Top 5 most-read stories on, week of March 7 |

Top 5 most-read stories on, week of March 7

Snowboarders enjoy fresh snow at Copper Mountain over Presidents Day weekend.
Photo from Copper Mountain


Editor’s note: Stories on this list received the most page views on in the past week.

1. Ikon passes for 2021-22 season on sale now

Alterra Mountain Co. has released pricing for the 2021-22 Ikon Pass, which went on sale Thursday, March 11.

The full Ikon Pass will continue to offer skiers and riders unlimited access to Copper Mountain Resort with seven days at Arapahoe Basin Ski Area in Summit County. There are no blackout dates on the Ikon Pass, which includes access to 41 destinations outside of Summit County, including Eldora Mountain Resort, Steamboat Resort and Winter Park Resort in Colorado.

Alterra is offering existing passholders a renewal discount of up to $100 on all 2021-22 adult and young adult Ikon passes purchased before May 5. Among pass products that increased in price, most saw about a 4% jump, while passes for children ages 4 and younger saw decreases in price.

— Taylor Sienkiewicz

2. Smith Ranch homebuyer requirements challenged as discriminatory

The Smith Ranch housing development in Silverthorne, which includes for-sale homes for people who work in Summit County, has been met with complaints of discrimination against people with disabilities.

Because homes in the development are deed-restricted to homebuyers who work at least 30 hours per week in the county, people with disabilities who are unable to work the required amount cannot purchase in the neighborhood.

The Summit Daily News received two complaints of discrimination related to the Smith Ranch neighborhood. Complaints included allegations that an applicant on long-term disability was denied entrance into the lottery system, which is used to select homebuyers, because the applicant did not meet the work requirement.

The complaints also raised concerns about a section of the Smith Ranch Restrictive Covenant that says a resident of the neighborhood would be required to move out after one year if they become disabled and can’t meet the work requirement, unless the town approves a longer period of occupancy. Other Summit County workforce housing covenants — including those at Blue 52, Sail Lofts and The Wellington Neighborhood — include similar statements.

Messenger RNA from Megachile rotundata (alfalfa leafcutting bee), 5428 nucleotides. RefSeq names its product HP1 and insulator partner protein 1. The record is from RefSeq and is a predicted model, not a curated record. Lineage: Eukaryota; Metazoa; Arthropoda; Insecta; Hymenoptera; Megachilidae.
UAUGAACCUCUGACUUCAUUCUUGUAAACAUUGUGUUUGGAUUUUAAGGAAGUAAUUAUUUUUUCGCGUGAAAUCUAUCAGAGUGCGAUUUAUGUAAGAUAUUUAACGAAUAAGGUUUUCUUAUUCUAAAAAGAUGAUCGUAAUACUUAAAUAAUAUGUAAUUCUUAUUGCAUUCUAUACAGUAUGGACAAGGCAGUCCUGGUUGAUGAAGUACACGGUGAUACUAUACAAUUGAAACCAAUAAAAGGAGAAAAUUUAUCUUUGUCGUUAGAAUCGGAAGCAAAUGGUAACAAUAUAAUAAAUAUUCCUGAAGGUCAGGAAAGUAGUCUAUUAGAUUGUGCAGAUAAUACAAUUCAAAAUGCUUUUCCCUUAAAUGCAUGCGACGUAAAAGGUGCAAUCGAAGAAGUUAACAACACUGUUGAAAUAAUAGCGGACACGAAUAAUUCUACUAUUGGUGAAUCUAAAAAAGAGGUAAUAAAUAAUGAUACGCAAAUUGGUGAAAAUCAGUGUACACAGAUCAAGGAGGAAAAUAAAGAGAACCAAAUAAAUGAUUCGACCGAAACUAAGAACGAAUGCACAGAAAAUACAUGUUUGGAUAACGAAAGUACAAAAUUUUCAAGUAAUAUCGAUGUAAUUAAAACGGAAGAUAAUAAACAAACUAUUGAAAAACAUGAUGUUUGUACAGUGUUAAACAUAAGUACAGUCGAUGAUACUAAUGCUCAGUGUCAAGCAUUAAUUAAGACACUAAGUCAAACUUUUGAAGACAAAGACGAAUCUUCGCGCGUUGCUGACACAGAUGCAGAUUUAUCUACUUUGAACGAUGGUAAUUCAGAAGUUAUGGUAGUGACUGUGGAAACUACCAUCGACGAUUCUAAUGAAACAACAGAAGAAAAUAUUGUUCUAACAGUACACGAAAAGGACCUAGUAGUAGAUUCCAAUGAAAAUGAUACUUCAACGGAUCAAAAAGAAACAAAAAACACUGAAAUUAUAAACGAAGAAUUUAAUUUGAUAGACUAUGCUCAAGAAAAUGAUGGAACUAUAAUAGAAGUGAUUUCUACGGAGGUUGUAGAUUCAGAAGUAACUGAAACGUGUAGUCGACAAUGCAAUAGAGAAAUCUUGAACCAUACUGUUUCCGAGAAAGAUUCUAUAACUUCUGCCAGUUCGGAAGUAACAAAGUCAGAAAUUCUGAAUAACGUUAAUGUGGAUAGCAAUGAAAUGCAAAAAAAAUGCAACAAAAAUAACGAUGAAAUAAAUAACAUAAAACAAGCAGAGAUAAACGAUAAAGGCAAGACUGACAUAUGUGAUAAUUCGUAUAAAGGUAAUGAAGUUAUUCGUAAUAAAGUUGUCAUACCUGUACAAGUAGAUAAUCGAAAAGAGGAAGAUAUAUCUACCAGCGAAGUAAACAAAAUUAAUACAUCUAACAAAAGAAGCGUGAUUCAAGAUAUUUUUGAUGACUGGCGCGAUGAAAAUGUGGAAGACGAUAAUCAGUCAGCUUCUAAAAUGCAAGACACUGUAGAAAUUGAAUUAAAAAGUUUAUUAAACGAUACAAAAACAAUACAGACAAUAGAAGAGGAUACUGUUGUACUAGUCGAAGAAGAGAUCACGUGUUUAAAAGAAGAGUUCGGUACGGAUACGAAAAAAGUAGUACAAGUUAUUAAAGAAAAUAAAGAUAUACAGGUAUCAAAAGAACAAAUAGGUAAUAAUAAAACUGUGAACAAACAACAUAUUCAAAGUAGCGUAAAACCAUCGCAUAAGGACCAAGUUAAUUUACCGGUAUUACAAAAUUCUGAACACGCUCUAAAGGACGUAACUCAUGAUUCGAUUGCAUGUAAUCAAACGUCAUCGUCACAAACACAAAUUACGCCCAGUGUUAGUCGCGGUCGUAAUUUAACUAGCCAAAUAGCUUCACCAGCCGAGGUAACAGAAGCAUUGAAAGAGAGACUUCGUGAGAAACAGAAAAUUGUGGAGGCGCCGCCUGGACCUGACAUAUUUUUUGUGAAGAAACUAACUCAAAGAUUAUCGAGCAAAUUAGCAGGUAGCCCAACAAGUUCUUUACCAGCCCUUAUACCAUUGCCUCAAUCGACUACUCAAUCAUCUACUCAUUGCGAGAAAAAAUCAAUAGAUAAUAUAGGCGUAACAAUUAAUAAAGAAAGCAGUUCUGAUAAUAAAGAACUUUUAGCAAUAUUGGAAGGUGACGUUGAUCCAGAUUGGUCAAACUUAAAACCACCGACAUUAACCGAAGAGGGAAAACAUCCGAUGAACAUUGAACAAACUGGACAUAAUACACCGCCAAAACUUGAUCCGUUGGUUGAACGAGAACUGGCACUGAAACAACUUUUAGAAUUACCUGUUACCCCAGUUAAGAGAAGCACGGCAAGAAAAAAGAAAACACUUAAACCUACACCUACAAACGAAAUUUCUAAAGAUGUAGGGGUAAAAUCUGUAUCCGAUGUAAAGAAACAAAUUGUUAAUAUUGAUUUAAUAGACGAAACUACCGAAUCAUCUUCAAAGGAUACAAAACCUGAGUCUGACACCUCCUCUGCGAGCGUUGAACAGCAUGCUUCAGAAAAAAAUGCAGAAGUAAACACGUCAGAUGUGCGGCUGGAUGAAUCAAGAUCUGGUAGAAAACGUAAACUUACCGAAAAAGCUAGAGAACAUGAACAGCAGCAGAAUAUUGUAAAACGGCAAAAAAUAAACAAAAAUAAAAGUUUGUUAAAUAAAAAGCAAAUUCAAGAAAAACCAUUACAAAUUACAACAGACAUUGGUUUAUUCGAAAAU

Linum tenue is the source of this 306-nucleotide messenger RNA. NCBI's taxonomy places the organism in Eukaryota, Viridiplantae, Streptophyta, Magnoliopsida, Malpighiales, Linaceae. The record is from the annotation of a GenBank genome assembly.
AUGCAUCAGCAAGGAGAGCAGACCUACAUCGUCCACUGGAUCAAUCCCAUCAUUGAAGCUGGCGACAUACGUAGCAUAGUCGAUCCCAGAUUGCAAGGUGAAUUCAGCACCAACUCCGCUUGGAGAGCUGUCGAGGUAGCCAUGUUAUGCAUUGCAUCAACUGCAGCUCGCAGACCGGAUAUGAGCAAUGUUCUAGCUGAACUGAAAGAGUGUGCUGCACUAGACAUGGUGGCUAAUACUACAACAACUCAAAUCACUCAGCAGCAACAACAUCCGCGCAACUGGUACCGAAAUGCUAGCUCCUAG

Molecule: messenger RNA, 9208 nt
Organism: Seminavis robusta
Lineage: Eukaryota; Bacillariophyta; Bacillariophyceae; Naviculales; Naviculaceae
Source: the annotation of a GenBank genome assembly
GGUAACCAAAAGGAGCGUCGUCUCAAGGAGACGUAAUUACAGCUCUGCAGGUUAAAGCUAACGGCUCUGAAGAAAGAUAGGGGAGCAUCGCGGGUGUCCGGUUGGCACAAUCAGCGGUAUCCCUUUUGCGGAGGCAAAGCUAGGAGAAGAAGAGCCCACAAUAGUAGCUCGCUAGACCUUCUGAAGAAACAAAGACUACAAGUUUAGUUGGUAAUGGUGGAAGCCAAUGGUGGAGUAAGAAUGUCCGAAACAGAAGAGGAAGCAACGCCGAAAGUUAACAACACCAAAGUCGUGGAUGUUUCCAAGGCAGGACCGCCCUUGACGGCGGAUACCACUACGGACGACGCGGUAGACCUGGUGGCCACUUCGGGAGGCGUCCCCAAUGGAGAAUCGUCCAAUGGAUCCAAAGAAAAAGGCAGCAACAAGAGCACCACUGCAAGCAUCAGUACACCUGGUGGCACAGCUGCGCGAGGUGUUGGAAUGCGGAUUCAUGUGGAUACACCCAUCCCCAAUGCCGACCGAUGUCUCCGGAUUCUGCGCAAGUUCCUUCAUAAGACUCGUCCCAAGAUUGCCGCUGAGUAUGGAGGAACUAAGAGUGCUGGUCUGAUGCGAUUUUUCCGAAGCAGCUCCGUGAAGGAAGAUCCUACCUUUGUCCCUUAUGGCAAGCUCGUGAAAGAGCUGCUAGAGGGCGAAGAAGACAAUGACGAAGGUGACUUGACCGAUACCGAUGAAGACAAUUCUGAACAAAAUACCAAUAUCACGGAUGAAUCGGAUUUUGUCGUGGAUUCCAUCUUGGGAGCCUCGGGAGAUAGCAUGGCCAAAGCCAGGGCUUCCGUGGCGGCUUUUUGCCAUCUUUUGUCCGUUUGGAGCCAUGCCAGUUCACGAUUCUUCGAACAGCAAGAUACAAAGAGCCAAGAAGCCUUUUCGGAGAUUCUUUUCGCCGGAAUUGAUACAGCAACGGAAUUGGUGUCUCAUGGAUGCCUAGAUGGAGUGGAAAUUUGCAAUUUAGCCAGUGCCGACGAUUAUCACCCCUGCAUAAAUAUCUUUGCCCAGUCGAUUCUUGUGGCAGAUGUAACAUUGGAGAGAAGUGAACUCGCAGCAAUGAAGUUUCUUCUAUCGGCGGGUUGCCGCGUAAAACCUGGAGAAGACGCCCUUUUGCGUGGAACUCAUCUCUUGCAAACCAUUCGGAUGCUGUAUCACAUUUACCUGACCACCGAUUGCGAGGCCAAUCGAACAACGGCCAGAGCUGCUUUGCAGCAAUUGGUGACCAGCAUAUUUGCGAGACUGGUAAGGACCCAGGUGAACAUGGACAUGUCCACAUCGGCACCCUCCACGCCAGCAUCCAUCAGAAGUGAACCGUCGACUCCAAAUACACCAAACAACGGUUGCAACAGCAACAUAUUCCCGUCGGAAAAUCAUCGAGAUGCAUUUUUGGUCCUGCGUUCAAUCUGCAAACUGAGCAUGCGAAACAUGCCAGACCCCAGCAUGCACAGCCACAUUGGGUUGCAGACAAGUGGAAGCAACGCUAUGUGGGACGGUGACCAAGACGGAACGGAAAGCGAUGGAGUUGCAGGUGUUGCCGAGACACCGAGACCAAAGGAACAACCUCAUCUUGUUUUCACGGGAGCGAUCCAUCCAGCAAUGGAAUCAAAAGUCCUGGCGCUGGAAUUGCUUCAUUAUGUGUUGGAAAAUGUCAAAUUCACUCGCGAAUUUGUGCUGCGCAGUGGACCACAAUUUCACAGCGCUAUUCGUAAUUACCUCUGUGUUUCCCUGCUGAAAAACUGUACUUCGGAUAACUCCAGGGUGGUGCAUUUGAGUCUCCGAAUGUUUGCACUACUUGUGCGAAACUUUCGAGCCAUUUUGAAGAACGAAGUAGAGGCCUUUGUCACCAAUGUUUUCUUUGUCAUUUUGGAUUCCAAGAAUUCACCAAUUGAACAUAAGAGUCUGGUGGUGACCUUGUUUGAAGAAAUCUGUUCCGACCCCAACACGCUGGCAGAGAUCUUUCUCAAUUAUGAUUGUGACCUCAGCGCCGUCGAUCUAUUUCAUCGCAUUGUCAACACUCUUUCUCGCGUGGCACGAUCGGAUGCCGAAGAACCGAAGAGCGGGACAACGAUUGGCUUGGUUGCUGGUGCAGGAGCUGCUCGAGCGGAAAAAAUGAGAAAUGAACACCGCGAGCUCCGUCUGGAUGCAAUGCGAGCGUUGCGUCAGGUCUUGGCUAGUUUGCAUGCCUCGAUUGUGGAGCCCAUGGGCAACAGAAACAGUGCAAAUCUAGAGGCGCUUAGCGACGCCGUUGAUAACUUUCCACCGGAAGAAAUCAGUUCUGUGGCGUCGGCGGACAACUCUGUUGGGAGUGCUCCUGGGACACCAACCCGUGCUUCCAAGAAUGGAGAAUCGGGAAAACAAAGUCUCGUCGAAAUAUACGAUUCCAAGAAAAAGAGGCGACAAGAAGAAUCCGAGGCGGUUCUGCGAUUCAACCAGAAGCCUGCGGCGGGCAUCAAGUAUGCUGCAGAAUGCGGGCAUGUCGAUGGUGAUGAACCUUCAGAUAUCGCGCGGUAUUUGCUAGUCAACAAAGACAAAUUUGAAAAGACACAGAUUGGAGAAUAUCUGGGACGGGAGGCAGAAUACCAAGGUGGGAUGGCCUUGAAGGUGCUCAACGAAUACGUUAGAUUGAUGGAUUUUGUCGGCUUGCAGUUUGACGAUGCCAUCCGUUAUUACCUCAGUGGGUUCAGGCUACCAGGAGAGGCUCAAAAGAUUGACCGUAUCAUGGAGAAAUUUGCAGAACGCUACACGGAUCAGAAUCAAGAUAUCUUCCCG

— Taylor Sienkiewicz

3. Breckenridge prepares for spring break crowds, fears an increase in COVID-19 cases

Breckenridge officials and tourism industry representatives made predictions about crowd levels, business and restriction-related confrontations associated with the spring break period during the Breckenridge Tourism Office’s community update on March 5.

Breckenridge Mayor Eric Mamula urged citizens of Breckenridge and Summit County at large to stay vigilant “for at least the next month” in their attempts to reduce the spread of COVID-19. He said that while the county’s case numbers are trending downward, he is afraid the community will see a resurgence of the virus due to spring break crowds expected to arrive in mid-March.

Mamula predicted that retail, lodging and restaurant operations could be negatively affected from an infection standpoint by spring break visitors. He noted that the town is hiring private security to patrol Main Street over the spring break period in order to support employees, but he said security personnel will not hand out tickets or arrest people.

— Taylor Sienkiewicz

4. Drive-thru COVID-19 vaccine clinic leads to heavy traffic in Frisco

A drive-thru COVID-19 vaccination clinic at the county bus barn in Frisco caused traffic to back up for almost a mile down Colorado Highway 9 in Frisco on March 5.

Summit County Public Health officials administered more than 1,200 doses of the Pfizer and Johnson & Johnson vaccines March 5. It was one of the largest vaccine events the county has taken on to date, with people ages 60-64 and grocery workers eligible for the first time.

County Manager Scott Vargo said one of the possible explanations for the increased traffic is people arriving too early for their appointments.

At past clinics, people have been arriving as much as two or three hours early for their appointments, which contributes to backups, he said. He added that visitors coming up for the weekend also might have contributed to the traffic.

— Libby Stanford

5. Mountain Wheels: Tacoma and Crosstrek rule as Colorado’s mountain favorites

This week’s featured vehicles should come as no surprise to any Colorado High Country resident as there’s likely four of each of them parked in front of your house or business.

Besides the Ford F-150 family — which we will get to in the near future — the Toyota Tacoma and the Subaru Outback’s little brother, the Crosstrek, anecdotally represent maybe 50% of the vehicles I see on my drives. They’re popular, they’re more affordable than their full-sized kin (well, sorta), and they both deliver a certain Colorado je ne sais quoi, at least differentiating us from the Accords and Camrys that clog the highways in other parts of the country.

So why have these two smallish, purposefully rugged vehicles captured the hearts of Colorado drivers? I guess the answer’s right there. Both have accentuated the idea that chunky, lifted, ski-trip and camping-ready automobiles can provide all of the laughs and capability that come along with the more typical $70,000 and over vehicles plying our highways.

— Andy Stonehosue

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